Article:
After the stock market bubble collapsed, the yields on all asset classes fell and large and public companies could issue bonds at a very cheap price. On the other hand, companies which need money would love to offer as high as 20% as an annual interest rate. As the return on operations of most public companies fell sharply during the slowing economy, many listed firms have come to rely heavily on entrust loans to boost profits. Although the regulator has forbidden the raising of funds publicly and then lending the money to other companies through entrust loans, large companies can always hide the true sources of the money through complex inner transactions. If we look at the volume of entrust loans, bond issuance, and equity issuance, we find that equity financing has grown at a decent pace, but bond financing and entrust loans have grown quickly.

The Chinese government has been concerned that indirect financing, mainly bank lending, accounts for a majority of China's total social financing and it plans to increase the percentage of direct financing, namely bond and equity financing. As a result, government officers have thought that a larger percentage of direct financing represents a healthier financing structure. However, shadow banking operations in the form of entrust loans might be proof of the irony that the Chinese government officer's beautiful vision has turned into a great tool for 'smart' market players to make money.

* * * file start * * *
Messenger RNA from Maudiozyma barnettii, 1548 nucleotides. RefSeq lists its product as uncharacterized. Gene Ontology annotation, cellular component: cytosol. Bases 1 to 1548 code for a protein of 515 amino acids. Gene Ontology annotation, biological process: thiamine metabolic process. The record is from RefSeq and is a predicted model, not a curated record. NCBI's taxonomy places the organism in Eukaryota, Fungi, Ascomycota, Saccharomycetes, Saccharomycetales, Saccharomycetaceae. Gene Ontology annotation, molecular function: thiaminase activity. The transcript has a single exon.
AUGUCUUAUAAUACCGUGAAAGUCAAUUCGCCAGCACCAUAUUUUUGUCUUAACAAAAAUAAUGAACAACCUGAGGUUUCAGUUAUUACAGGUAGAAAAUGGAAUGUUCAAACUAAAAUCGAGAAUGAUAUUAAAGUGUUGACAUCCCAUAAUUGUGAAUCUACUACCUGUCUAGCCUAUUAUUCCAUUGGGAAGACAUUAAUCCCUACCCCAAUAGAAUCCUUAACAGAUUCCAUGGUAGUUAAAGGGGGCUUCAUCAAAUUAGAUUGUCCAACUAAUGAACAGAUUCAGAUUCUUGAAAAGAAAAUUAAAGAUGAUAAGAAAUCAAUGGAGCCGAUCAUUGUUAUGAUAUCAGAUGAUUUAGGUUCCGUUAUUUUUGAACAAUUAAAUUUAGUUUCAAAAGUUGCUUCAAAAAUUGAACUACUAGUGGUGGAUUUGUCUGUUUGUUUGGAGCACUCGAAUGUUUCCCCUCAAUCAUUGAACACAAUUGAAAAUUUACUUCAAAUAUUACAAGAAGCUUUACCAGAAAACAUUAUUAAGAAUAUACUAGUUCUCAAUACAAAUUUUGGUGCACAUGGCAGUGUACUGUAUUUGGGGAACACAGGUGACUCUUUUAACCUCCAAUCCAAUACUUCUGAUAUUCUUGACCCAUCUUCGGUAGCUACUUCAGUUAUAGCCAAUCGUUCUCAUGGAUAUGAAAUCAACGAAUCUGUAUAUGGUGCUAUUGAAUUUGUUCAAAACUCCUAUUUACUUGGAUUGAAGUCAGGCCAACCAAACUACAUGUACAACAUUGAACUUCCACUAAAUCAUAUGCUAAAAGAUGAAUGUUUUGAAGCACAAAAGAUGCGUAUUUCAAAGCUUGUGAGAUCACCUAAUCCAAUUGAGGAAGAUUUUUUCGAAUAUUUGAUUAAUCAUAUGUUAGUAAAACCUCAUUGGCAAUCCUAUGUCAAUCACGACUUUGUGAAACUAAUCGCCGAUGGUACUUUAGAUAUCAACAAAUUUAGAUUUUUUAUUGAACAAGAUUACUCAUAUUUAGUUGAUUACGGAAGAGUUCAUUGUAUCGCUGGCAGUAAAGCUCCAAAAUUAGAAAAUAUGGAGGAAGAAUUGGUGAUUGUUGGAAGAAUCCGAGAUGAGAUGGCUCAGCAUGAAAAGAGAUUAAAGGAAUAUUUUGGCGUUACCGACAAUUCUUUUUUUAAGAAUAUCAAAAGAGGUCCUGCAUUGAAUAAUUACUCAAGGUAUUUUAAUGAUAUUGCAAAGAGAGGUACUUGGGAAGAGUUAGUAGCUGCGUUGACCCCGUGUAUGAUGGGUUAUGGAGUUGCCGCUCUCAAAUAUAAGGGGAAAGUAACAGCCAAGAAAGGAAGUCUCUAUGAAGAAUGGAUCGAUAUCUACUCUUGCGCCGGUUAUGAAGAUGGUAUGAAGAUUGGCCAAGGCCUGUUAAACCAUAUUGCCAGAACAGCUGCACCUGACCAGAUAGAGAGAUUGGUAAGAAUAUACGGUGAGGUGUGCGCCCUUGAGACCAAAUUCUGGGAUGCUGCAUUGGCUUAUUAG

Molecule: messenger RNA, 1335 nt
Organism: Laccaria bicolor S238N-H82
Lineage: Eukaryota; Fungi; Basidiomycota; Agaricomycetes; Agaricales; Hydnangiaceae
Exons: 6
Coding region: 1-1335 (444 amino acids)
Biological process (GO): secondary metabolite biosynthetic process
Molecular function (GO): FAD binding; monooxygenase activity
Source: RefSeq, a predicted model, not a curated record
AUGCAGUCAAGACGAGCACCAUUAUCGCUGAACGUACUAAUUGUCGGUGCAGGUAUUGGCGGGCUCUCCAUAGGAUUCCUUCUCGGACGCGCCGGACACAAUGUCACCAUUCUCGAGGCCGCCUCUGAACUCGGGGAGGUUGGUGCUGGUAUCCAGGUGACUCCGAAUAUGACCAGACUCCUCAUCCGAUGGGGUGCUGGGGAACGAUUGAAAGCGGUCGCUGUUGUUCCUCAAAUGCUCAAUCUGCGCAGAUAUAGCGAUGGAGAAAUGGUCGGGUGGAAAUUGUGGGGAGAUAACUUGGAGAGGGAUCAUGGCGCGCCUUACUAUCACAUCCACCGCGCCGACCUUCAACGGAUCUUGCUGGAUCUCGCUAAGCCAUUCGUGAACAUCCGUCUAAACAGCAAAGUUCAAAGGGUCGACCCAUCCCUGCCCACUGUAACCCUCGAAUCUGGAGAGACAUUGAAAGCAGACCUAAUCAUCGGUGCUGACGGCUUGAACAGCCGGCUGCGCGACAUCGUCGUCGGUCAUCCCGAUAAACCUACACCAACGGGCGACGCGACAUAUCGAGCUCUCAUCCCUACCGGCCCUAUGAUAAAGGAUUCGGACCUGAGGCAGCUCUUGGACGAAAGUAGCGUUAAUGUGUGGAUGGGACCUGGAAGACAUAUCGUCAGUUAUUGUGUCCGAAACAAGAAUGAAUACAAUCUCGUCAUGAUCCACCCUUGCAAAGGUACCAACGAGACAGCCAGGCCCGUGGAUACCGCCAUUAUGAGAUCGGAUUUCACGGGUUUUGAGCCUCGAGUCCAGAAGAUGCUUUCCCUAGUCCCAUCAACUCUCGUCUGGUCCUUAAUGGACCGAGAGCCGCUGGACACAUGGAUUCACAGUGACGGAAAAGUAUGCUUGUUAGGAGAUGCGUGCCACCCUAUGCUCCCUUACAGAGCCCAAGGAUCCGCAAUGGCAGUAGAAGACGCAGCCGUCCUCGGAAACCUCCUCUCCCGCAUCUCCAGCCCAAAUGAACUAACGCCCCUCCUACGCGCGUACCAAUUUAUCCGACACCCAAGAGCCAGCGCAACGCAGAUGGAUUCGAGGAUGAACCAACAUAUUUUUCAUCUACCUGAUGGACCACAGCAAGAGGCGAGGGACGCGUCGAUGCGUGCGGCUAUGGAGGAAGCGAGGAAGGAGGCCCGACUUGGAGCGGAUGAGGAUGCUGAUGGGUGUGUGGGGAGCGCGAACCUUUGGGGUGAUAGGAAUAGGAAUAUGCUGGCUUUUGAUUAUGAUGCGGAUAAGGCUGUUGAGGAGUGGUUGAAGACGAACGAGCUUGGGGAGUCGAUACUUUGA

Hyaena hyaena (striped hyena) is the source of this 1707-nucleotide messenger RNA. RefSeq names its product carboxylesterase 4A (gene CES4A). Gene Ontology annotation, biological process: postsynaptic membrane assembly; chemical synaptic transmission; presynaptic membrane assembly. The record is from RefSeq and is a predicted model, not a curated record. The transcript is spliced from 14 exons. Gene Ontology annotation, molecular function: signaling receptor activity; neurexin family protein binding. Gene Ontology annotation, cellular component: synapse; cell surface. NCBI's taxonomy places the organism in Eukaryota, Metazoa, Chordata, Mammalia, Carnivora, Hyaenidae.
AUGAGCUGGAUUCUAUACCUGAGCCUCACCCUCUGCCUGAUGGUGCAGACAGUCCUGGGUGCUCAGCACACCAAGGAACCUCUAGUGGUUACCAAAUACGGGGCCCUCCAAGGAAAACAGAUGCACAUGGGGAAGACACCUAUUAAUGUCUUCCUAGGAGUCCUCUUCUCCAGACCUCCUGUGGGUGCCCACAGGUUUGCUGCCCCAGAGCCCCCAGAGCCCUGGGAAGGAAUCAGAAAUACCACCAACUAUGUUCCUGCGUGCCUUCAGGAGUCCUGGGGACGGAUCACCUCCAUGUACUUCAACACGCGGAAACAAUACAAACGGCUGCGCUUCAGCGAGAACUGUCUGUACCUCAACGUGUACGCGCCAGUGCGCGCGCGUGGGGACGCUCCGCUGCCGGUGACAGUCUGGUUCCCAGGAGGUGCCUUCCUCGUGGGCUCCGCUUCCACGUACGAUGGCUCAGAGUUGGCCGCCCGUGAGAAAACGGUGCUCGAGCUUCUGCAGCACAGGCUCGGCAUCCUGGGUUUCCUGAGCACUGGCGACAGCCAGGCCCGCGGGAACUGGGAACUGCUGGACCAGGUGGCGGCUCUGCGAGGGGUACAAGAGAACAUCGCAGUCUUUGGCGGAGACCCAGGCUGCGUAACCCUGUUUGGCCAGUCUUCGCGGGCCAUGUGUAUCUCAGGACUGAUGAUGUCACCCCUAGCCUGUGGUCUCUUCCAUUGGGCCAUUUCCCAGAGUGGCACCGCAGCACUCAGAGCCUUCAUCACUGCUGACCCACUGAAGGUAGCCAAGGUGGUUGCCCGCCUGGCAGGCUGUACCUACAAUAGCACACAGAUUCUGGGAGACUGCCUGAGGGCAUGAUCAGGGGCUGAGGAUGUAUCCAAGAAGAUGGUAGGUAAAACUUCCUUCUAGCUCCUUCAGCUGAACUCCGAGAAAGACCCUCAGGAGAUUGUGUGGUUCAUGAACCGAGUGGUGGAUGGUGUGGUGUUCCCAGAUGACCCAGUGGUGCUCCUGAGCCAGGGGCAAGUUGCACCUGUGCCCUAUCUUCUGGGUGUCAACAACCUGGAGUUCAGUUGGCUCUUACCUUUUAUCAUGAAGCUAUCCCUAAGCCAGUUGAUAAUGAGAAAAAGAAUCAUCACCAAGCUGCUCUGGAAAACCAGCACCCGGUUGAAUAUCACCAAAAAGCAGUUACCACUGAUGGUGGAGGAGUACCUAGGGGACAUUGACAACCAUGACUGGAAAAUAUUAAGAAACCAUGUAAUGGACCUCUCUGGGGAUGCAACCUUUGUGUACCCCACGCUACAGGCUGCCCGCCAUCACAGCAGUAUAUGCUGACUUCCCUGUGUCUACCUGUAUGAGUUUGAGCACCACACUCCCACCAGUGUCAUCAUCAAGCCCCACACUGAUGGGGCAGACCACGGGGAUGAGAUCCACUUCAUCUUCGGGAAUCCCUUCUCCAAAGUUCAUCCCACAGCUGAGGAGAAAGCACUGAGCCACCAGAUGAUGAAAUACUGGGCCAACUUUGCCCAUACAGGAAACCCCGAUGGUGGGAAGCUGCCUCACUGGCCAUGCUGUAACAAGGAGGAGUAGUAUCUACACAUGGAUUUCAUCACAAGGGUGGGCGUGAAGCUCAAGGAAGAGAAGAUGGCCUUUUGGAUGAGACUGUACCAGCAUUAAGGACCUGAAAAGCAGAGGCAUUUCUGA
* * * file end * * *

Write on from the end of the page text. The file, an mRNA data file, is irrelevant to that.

In terms of an alternative method to utilize the M2 or social financing number, a high profile Asian-focused hedge fund manager, Bei Lesi, who just funded his own fund, Lingfeng Capital, leveraged the Log-Periodic Power Law (LPPL) model to predict the collapse of the Chinese economy. Their model is based on the assumption that most of the credit is being used as funding for Ponzi financing, and therefore, it requires an exceptional growth rate to maintain the game.

Mr. Bei's model suggested that after June 2014, the growth of M2 in China has been maintained at a fast rate, but it has started to fall behind the exponential growth model, and in the third quarter of 2016, China has the greatest likelihood of experiencing market turmoil.

In summary, M2 and social financing are two mirrors of the Chinese money supply and each measurement reflects different aspects of the money flow. Three items, namely trust loans, entrust loans, and Banker's Acceptance Bills, comprising social financing reflect the shadow banking business in China. The historical numbers for these items reflect the back and forth between the regulator and banks, and investors should be careful in using them as inputs.

Disclosure: I/we have no positions in any stocks mentioned, and no plans to initiate any positions within the next 72 hours.

I wrote this article myself, and it expresses my own opinions. I am not receiving compensation for it. I have no business relationship with any company whose stock is mentioned in this article.